Great Yarmouth became a desirable holiday location by the 1800’s and, with the rail link between Norwich and Great Yarmouth being completed in 1844, it meant that the town became even more accessible, making it the hugely popular holiday town that it is today. Attracting vast crowds of visitors each year, this popular sea-side destination is amongst the UK's top ten seaside resorts.
Mainly as a result of its herring industry, Great Yarmouth once boasted being one of the wealthiest towns in Britain. Since the 1930’s however this industry has ceased and is all but memories, with the boat ‘The Lydia Eva’, which is open to the public, remaining.
St Nicholas Church, which stands near the Market Place, is the largest parish church in England. Originally built in the 1100’s, it was then rebuilt between 1957 and 1960 after it was almost completely destroyed during the bombing in 1942. Adjacent to the church is the birthplace of Anna Sewell, author of ‘Black Beauty’.
During the 1960’s oil and gas companies began to explore the North Sea off Great Yarmouth, bringing with them all the associated businesses. This brought wealth and jobs and the town grew. This industry has since declined, and the town now relies mainly on tourism for its income.
Great Yarmouth has over fifteen miles of sandy beaches that stretch from Winterton in the north to Hopton in the south. There are many traditional beach attractions, including trampolines, crazy golf, fun fair, pony rides and bouncy castles. There are also plenty of indoor activities for all ages and a variety of shops and an open-air market.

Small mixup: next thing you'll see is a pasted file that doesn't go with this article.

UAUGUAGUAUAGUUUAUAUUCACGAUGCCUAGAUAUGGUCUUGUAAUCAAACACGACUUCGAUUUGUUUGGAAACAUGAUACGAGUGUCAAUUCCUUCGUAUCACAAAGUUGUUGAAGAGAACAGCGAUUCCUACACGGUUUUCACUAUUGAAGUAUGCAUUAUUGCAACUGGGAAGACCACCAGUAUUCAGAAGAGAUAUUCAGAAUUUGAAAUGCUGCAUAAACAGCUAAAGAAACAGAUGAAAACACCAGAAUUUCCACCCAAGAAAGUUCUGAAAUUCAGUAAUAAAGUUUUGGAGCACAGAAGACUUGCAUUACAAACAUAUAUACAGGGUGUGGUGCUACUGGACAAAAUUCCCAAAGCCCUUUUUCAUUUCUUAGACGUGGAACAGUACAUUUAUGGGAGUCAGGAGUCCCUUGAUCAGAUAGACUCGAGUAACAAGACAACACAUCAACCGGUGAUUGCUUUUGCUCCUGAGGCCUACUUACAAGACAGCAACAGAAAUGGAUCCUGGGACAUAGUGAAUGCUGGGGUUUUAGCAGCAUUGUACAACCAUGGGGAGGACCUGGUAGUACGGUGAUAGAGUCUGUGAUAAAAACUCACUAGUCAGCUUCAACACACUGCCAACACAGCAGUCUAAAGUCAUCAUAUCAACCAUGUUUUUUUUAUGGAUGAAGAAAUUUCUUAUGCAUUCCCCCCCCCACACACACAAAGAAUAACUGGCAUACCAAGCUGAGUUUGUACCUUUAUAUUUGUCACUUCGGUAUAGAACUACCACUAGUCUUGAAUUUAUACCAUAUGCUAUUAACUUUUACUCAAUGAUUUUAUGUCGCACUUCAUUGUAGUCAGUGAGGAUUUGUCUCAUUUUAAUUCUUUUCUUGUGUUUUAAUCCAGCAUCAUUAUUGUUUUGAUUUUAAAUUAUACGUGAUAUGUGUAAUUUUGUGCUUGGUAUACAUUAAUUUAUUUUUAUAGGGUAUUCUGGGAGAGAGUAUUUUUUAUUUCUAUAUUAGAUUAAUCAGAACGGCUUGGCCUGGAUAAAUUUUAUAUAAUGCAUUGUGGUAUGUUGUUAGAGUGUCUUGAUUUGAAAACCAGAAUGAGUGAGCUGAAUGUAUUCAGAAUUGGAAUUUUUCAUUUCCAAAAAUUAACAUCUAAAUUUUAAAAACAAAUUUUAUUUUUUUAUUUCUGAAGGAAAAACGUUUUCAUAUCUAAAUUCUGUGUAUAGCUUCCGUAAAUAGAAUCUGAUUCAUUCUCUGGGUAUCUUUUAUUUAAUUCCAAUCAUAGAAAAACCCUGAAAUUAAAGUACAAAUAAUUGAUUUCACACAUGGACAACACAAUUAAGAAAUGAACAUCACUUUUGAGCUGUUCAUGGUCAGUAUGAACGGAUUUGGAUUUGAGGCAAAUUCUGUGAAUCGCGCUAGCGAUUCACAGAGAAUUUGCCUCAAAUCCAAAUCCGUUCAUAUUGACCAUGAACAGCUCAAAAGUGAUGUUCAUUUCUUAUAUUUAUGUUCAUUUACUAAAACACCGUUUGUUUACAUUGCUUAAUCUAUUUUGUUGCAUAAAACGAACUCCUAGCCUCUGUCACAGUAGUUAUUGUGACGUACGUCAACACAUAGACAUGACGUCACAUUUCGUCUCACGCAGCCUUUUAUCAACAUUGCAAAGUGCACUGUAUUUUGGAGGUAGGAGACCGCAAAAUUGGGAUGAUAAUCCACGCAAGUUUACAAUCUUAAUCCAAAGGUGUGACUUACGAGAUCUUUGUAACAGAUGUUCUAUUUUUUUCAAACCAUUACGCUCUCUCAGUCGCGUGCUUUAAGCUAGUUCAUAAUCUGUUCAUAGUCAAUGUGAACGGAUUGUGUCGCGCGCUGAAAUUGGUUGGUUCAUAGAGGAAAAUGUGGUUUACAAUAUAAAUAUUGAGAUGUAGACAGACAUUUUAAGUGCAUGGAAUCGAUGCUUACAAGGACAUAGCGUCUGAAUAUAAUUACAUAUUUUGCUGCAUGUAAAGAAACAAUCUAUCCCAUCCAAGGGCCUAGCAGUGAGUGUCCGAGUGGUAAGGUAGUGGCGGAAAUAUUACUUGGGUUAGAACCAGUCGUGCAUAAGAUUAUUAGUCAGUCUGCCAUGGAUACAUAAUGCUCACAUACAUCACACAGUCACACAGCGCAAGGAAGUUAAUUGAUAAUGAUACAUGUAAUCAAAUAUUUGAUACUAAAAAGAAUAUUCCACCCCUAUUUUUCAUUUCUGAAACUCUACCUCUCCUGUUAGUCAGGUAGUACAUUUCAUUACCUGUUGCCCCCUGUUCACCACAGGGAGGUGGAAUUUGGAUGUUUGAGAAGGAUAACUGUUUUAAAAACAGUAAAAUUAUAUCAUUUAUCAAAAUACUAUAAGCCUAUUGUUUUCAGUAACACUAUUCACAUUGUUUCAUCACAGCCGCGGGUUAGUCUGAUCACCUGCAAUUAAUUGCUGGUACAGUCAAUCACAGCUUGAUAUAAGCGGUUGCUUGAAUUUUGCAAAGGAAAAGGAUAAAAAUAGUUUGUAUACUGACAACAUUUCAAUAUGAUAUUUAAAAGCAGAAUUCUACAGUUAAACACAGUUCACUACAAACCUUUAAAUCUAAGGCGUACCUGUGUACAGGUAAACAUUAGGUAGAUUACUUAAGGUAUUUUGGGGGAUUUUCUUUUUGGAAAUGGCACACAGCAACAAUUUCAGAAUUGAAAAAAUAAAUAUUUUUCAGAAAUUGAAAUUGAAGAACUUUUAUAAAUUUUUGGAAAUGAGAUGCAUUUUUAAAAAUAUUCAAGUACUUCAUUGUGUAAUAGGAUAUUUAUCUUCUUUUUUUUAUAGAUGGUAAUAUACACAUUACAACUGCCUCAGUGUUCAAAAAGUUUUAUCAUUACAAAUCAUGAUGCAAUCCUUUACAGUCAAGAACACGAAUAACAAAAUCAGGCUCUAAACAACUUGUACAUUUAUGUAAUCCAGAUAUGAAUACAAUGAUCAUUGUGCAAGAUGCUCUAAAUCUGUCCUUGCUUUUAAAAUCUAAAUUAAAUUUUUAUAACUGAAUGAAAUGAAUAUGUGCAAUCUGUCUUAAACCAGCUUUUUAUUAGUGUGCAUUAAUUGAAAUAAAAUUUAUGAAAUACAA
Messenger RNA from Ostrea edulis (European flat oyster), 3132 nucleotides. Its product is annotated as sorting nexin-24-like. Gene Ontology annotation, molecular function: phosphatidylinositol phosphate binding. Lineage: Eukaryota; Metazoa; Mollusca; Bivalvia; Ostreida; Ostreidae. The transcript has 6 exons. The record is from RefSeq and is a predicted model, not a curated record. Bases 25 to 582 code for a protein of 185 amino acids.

The Norfolk Broads are renowned for their beautiful flora and fauna and it is at Great Yarmouth that the Rivers Yare, Bure and Waveney converge and flow into the North Sea. The area is a haven for wildlife with many rare species like the swallowtail butterfly.
Interesting facts about Great Yarmouth:
- Great Yarmouth has been a sea-side destination since 1760
- The Tolhouse Gaol, with dungeons, dates from the late 13th century and is one of the oldest gaols and oldest civic buildings in Britain
- The market place in Great Yarmouth is one of the largest in England, and has been operating since the 13th century
- Britannia Theatre which features well-known acts such as Jim Davidson, Jimmy Carr, Jethro, Basil Brush and Chubby Brown, is one of only a few end-of-the pier theatres surviving in England
- Great Yarmouth attracts around 6 million visitors each year, on day trips, weekend breaks and longer holidays
- The Nelson's Monument is a commemorative column built in memorial to Admiral Horatio Nelson and can be found on the South Denes beach in Great Yarmouth. Lord Nelson was born close to Great Yarmouth and paid a number of visits to the town throughout his career